Tuesday, February 27, 2024

Kumud Mishra: A good script is eventually the ‘hero’ of the film

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Kumud Mishra makes his presence felt extremely well every time he appears on screen. Well, look back at his filmography, right from playing a character like Khatana in Rockstar, Inzamaan Qalib-E-Haider/Guruji in Raanjhanaa, Sanjeev Kohli in Airlift, Barkat Hussain in Sultan, Deval Sahay in M.S. Dhoni: The Untold Story, Inspector Suryaveer Singh in Jolly LLB 2, and the most recent Rakesh Prasad in Tiger 3. No surprise, he has maintained his versatility with the projects and characters to play.
An overwhelmed Kumud, who feels grateful to be able to work that you wished for and had come to the city, and the most important thing according to him is that you aren’t a ‘Berozgaar’ (unemployed).
Recently, the adept actor was back with a new play. Purane Chawal, produced by his D for Drama, regaled audiences at the Prithvi Theatre Festival in Mumbai. It is a sparkling Indian adaptation of the Neil Simon comedy, Sunshine Boys. Recalling being at the festival and performing a new play, he shares, “I was really nervous. We couldn’t perform for 2 to 3 years due to the pandemic, and after that, we started producing plays. Last year, D for Drama produced four plays, but in all four of them, there was no role for me, so I couldn’t act. But then, when we got a chance at the Prithvi Theatre Festival, we decided to just go for it. When I started rehearsing, it was then that I realized that it’s been three and a half or four years since I’m going back on stage with a new play, so I was very nervous. It’s an obvious thing that your rhythm gets changed when you don’t do a new play for a long time, so it’s been really amazing to be there.”
If you wondered that the ‘Hero’ is none other than the male lead of the film, our guest has another take on it.
According to him, he says, “The hero of the film that an actor needs is a good script and a good director. It’s an obvious thing that you do need other aspects, like co-actors and all of that. But, according to me, an actor needs a good script. If the script is really great, and even if you get to play a small role, that would really work. However, on the other side, even if you’re playing the main role and the script is not good, you can do nothing about it. And then, of course, after that, the director’s role is there. If the writing is good, then even if you play a small character, even that blossoms.”
With the wide and diverse characters that he has played, there could be different challenges that each of them could bring for the actor. But all, be it the preparations or challenges, depends on the role, script, director, and the team as a whole. “You cannot just not use the same method and carry it everywhere. Every process and character brings a team of its own. Every film has its own process, and it starts with a script, the character, and the director talking about how they are approaching the film.
Then there are also your co-actors, who play the big and major roles; what has been their rhythm, and how are they seeing their work? As an actor, you need to be sensitive towards your co-actor and also give space to your co-actor and the character that you’re playing.
You need to have the capability to see your character from a distance and not get too involved in it. I also believe in  the bird’s-eye vie of seeing my character.”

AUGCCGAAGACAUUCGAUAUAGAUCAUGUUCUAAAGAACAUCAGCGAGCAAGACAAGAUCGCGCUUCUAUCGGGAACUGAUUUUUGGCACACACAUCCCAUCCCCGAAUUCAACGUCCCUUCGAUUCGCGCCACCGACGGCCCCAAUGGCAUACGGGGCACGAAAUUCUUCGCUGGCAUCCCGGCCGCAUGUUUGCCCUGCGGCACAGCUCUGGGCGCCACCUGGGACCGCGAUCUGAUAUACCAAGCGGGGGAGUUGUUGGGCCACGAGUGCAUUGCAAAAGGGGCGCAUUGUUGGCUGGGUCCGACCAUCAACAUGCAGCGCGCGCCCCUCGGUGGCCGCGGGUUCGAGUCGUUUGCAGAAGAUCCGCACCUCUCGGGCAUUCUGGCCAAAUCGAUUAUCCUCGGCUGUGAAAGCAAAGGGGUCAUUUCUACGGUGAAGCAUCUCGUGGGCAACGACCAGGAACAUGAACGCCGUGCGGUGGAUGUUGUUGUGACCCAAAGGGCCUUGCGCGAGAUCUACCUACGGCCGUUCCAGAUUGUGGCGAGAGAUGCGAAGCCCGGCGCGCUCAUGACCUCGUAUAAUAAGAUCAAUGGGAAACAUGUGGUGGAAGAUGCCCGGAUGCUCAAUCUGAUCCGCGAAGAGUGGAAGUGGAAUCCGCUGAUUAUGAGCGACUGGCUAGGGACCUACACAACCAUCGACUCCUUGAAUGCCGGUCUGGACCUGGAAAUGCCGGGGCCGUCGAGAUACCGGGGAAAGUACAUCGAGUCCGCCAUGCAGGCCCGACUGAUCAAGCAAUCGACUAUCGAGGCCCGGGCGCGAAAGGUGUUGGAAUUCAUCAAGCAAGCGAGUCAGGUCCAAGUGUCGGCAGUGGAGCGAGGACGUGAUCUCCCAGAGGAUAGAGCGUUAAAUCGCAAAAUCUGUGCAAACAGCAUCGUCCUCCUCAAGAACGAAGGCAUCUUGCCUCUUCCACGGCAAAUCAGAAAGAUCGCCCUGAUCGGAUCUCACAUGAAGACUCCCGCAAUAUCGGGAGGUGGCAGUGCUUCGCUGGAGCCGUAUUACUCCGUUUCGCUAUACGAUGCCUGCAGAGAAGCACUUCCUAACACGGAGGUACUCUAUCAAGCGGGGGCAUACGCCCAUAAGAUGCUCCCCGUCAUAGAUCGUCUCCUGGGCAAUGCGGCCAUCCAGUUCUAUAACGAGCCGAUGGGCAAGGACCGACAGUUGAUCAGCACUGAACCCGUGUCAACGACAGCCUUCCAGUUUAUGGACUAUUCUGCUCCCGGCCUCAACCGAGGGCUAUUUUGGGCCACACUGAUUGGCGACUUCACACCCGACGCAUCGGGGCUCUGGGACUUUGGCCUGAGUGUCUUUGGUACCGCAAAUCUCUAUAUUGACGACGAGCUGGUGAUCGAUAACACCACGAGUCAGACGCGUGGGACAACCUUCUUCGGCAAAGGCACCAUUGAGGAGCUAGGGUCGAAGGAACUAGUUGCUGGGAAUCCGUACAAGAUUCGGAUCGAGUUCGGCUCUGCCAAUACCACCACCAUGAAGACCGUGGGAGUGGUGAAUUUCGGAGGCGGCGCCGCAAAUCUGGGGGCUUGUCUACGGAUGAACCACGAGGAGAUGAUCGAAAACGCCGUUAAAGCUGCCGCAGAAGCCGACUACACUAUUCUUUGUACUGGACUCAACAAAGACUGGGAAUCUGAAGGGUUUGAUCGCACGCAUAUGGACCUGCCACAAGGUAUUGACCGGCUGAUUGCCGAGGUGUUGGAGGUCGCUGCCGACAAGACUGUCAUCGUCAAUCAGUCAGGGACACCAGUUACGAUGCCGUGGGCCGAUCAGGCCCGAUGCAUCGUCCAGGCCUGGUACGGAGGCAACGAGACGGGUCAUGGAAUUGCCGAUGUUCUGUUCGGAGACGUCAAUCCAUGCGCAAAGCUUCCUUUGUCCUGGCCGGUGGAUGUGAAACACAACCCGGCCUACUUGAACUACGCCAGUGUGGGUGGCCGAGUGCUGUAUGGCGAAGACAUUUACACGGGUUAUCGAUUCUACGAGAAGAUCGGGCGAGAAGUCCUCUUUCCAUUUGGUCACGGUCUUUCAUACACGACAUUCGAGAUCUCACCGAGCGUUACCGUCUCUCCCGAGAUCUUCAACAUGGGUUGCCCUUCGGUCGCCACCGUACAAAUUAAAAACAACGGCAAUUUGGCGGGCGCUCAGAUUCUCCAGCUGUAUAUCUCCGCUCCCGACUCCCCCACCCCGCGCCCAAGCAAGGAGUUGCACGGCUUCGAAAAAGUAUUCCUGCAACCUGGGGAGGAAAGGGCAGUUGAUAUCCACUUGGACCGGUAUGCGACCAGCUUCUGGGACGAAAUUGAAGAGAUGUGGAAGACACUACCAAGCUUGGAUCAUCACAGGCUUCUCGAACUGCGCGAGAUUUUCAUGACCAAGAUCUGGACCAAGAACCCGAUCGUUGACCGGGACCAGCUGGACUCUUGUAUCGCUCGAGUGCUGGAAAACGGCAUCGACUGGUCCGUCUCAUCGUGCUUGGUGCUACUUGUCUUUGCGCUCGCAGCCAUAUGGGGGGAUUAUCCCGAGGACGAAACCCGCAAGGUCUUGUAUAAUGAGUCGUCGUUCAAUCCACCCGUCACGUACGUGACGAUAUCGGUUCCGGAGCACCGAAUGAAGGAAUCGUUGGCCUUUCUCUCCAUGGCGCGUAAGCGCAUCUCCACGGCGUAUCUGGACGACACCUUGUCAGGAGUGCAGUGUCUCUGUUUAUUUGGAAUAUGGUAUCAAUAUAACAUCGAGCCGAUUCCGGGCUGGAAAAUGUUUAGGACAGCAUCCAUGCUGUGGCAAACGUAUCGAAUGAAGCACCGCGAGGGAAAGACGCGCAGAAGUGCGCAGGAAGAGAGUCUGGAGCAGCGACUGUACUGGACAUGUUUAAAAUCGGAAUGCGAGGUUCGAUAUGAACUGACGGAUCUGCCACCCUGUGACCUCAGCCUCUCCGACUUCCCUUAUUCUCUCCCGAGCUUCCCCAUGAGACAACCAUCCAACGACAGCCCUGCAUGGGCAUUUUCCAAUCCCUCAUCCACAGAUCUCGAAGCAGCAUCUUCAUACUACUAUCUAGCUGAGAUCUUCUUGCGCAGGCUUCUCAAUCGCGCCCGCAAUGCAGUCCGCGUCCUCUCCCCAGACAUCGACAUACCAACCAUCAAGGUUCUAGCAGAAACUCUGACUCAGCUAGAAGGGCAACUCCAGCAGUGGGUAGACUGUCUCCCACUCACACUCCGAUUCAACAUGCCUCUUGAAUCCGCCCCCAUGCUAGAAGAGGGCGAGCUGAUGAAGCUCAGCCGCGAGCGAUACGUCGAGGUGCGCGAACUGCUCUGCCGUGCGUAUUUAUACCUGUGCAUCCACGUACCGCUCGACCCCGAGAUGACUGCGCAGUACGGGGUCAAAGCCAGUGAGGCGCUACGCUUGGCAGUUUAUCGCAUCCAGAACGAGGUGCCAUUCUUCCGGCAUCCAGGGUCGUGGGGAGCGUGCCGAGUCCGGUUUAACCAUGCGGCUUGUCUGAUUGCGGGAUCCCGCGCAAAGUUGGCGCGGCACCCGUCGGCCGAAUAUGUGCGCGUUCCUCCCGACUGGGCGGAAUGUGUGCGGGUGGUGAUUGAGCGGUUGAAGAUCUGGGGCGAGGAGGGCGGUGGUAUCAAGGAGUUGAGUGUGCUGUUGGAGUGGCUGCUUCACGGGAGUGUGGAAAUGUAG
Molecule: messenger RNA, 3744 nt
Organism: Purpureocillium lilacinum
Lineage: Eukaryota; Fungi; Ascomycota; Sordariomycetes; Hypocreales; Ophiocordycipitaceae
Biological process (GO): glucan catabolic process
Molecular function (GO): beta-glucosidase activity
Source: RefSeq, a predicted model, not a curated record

But many times what happens is, “When you just read the script and imagine your character in just one way, and when you go on set, you get to see that the director has a different vision. And then you’ll have to work according to it. Whatever preps you had done for it, you got to just leave it off and work it according to your director. Because eventually, he will be the boss. He’s someone who has the entire world of the story in his hands. So his vision is important, not my vision. I’m just a part of it. If I think in one way and the director thinks in another, then I’ll have to go with the director’s way. And I always prefer to go with the director,” says the Thappad actor, who feels that there are multiple reasons why an actor could choose a project—the team, money, visibility, script, characters, or adding to the vision of the new director.
During this exclusive tête-à-tête, it was clear that, no matter what, something that he really looks forward to is a good script.
“Sometimes you end up giving a mediocre performance, even when the script is brilliant. Every performance that you do, you invest your 110%. Sometimes it works, and sometimes it doesn’t. The magic of this profession of acting is that even when you give your 100 percent, you might not get the results you expected or imagined. But for me, Charlie, Nazarandaaz, Airlift, the character given by Anubhav Sinha, Thappad, Article 15, and Mulk have been very challenging because he has given me different characters. Nitin Kakkar has given me different characters. I consider Airlift the most challenging character because I believe the character with the least drama is the most challenging one. Then there was Dr. Arora, Rockstar, which was challenging. Then Lust Stories, something I was doing for the first time. All the characters are a challenge in themselves, but it depends on how serious you take it. If you are indifferent to the character, the character will be indifferent to you. Even if you are doing a film for money, you can just not be indifferent to the character, or the audience will get to know that you’re sleepwalking through the path. And I feel that’s most dangerous,” ends the actor on a brighter note, who is doing a web series titled Tatkal, going to begin shooting for an Anand L Rai film, and a lot more happening.

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